- Accessibility and availability
- Cost of services and terms of payment
A reliable campus sexual assault attorney will protect your interest during the claim process to receive the justice you deserve if you are a survivor of sexual abuse on your college campus.
Tips that Can Help You Move Forward From the Experience of Campus Sexual Abuse
A reliable attorney will not only offer you legal representation on your case, but they can also offer you the advice you need to move forward and heal from the experience of campus sexual abuse. The following are some of the helpful steps you can take to heal and move forward from an incident of campus sexual abuse experience:
- Utilize the available school resources that can help you feel safe again while on your campus. For instance, you can seek the help you need from your college by asking about tutoring or counseling services, or perhaps you can consider changing your current dorm or class schedule
- Educate your peers on ways to curb campus sexual abuse cases and how to protect themselves
- Figure out ways you can become involved in your college or university to share helpful information about sexual abuse and educate other comrades on the common risk factors that put them at risk of sexual abuse
How to Know if You Have a Viable Compensation Claim Under Title IX for Being Sexually Assaulted on Campus
As mentioned above, if you are a survivor of sexual abuse on your college campus, you can sue the perpetrator or the school for monetary damages. For an award of significant compensation on your campus sexual abuse case, a dependable and confident attorney will advise you to sue the university or college instead of the perpetrator.
Your college can be liable for your damages if they have violated your Title IX civil rights, including protection against any form of sexual abuse or harassment. Your university or college officials could violate your students' rights under Title IX if they received your complaints about the campus sexual abuse case. However, they acted with deliberate indifference when addressing your unique case. For instance by:
- Failing to provide you with your deserved accommodation
- Failing to provide you with your deserved academic accommodations
- Allowing professors to make fun of your case
- Failing to enforce a "no contact" rule to keep the perpetrator away from you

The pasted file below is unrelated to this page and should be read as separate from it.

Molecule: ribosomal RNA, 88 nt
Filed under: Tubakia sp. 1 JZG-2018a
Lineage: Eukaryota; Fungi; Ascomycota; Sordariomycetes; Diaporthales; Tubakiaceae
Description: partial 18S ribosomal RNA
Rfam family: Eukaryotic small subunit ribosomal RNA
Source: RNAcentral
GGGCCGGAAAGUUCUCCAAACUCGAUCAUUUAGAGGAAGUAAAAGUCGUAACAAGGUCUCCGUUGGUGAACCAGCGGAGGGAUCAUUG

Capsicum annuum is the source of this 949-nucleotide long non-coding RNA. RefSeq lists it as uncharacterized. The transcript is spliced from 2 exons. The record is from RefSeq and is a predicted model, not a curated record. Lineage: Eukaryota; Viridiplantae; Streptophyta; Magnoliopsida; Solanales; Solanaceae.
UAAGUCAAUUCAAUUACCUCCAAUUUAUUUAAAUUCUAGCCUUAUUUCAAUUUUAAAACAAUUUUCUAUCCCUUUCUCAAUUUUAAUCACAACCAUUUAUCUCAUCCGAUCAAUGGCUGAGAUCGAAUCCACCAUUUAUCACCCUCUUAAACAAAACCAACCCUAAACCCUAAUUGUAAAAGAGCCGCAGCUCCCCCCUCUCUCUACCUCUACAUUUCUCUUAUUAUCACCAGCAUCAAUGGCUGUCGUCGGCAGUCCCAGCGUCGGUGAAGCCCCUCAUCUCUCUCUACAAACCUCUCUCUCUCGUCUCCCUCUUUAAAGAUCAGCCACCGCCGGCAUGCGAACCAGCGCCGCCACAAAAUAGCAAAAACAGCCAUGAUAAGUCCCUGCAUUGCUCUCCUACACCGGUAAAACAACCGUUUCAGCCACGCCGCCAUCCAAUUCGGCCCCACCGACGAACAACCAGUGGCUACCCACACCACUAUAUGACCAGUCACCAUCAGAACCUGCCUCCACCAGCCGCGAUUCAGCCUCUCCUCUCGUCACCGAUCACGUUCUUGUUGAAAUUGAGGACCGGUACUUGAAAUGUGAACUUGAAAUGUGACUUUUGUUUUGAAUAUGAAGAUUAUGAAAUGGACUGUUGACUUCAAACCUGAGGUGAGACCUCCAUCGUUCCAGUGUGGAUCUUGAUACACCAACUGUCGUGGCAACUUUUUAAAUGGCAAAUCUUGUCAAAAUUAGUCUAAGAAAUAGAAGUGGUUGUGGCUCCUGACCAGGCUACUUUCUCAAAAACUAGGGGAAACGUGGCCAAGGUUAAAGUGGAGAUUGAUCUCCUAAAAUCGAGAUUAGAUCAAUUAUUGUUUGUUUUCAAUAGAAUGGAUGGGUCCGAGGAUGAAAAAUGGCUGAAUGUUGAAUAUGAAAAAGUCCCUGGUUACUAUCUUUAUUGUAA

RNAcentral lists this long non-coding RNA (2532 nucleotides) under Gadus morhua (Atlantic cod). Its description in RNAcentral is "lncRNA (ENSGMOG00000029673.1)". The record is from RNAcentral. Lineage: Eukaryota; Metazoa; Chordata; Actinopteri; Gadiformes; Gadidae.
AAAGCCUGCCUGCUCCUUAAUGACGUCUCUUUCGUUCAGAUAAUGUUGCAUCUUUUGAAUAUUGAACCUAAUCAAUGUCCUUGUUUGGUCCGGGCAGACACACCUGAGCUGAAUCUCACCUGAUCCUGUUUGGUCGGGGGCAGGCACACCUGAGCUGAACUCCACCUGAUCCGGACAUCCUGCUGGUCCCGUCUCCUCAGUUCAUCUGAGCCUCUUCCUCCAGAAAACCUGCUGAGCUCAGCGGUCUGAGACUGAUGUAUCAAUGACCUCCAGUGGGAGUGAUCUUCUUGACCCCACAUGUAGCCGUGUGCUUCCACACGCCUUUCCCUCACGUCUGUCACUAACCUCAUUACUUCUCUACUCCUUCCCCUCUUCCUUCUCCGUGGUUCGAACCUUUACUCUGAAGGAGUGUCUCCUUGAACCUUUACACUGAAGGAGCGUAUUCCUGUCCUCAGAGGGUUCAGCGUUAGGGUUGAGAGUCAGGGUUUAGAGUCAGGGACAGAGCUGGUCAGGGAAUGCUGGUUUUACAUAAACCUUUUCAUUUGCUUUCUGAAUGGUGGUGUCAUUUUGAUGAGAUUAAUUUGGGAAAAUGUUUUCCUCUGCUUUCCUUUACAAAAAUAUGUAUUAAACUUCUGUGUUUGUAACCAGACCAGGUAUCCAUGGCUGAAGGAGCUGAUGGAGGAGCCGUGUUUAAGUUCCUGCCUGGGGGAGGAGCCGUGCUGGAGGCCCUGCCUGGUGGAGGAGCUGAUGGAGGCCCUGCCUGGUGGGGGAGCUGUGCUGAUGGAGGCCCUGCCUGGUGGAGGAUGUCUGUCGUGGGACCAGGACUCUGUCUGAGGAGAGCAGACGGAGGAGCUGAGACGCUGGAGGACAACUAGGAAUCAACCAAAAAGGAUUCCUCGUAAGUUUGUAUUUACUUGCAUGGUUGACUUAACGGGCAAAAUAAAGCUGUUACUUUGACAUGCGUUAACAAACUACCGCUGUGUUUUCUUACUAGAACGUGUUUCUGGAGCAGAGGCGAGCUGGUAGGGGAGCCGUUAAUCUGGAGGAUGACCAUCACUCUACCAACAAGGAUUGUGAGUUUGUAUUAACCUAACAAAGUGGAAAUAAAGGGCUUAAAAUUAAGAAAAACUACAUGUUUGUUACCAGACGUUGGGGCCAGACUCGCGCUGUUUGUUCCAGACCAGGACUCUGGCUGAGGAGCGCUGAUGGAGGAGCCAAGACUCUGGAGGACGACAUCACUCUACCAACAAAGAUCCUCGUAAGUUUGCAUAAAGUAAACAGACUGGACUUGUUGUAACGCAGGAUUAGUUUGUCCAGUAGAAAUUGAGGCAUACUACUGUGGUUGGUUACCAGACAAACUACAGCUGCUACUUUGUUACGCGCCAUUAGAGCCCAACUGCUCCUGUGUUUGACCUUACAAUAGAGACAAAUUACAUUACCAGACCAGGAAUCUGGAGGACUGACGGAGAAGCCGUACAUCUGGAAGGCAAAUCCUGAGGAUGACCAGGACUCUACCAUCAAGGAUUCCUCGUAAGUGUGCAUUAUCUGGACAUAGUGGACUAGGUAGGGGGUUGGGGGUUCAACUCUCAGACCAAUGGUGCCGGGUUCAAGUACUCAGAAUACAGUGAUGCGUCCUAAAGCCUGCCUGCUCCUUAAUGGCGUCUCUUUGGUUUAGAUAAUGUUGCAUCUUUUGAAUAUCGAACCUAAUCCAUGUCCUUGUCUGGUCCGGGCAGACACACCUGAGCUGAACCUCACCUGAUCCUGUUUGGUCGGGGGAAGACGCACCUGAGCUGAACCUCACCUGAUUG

- Failing to address continuing retaliation or harassment
- Dragging out, or by being reluctant in following up on your campus sexual abuse complaint or report
If that is the case, you could have a viable Title IX violation claim for sexual abuse on your campus. Your attorney will guide you on the process of filing this claim for adequate monetary compensation that you deserve for being a victim of sexual abuse on your college campus.
The Time Limit for Filing a Title IX Violation Claim as a Victim of Sexual Abuse in Campus
If you are a victim of sexual abuse on your college campus, you should take the necessary steps to seek justice on time. Generally, you have up to 180 days from the date you were sexually assaulted on your campus to file a Title IX complaint with the Department of Education (DOE).
Once you file your complaint, the DOE should send you a receipt electronically acknowledging that they have received it within two weeks. If you do not receive feedback on the complaint within that time frame, your attorney can help you file a civil lawsuit against the school for violating your Title IX civil rights.
Typically, you have up to two years from the date of the sexual abuse incident to file a civil lawsuit against your college for violating your Title IX rights. This time limit is legally known as the statute of limitations, and it is available to ensure cases are filed on time while the necessary evidence is fresh to make the judgment on the case.
If you fail to file your civil lawsuit within this time frame, you could lose your right to sue the school, even if the alleged perpetrator is guilty of the offense at trial in the criminal justice system. To avoid missing your chance of seeking the justice you deserve for a sexual abuse case, you should talk to an attorney as soon as you can to begin the investigation while the evidence is still fresh.
Types of Damages in a Campus Sexual Abuse Case
When you file a civil lawsuit against your college for violating your Title IX rights, you typically demand them to pay you damages or/and take particular actions on the case. If everything goes in your favor on the Title IX lawsuit against the school as a survivor of sexual abuse on your campus, you will receive the following types of damages:
The court will award you economic damages for current and future possible losses you could incur due to the sexual abuse injury, for example:
- Medical expenses
- Mental health care expenses
- Lost income and possible lost future earnings
In a Title IX lawsuit, non-economic damages are also available for losses which you cannot attach a dollar figure, for example:
- Pain and suffering
- Mental anguish
- Emotional distress
- Lack of sleep or nightmares
Apart from the above possible types of damages, a Title IX civil lawsuit against your college as a victim of sexual abuse will also typically result in recommendations for the appropriate cause of action if you win your case, including:
- Changes to your university or college sexual abuse reporting and investigation rules and policies
- Mandatory sexual education for university employees and students
- Taking appropriate action against all perpetrators of sexual abuse on campus
Find a Campus Sexual Abuse Attorney Near Me
If you are a survivor of sexual abuse on your college campus, you could be eligible for damages in a civil lawsuit against the school or the perpetrator. We at Sex Crimes Attorney can help you maneuver the confusing legal justice system to achieve the compensation and justice you deserve.
We invite you to call us at 888-666-8480 to discuss your campus sexual abuse case with our understanding and confidential attorneys wherever you are in California.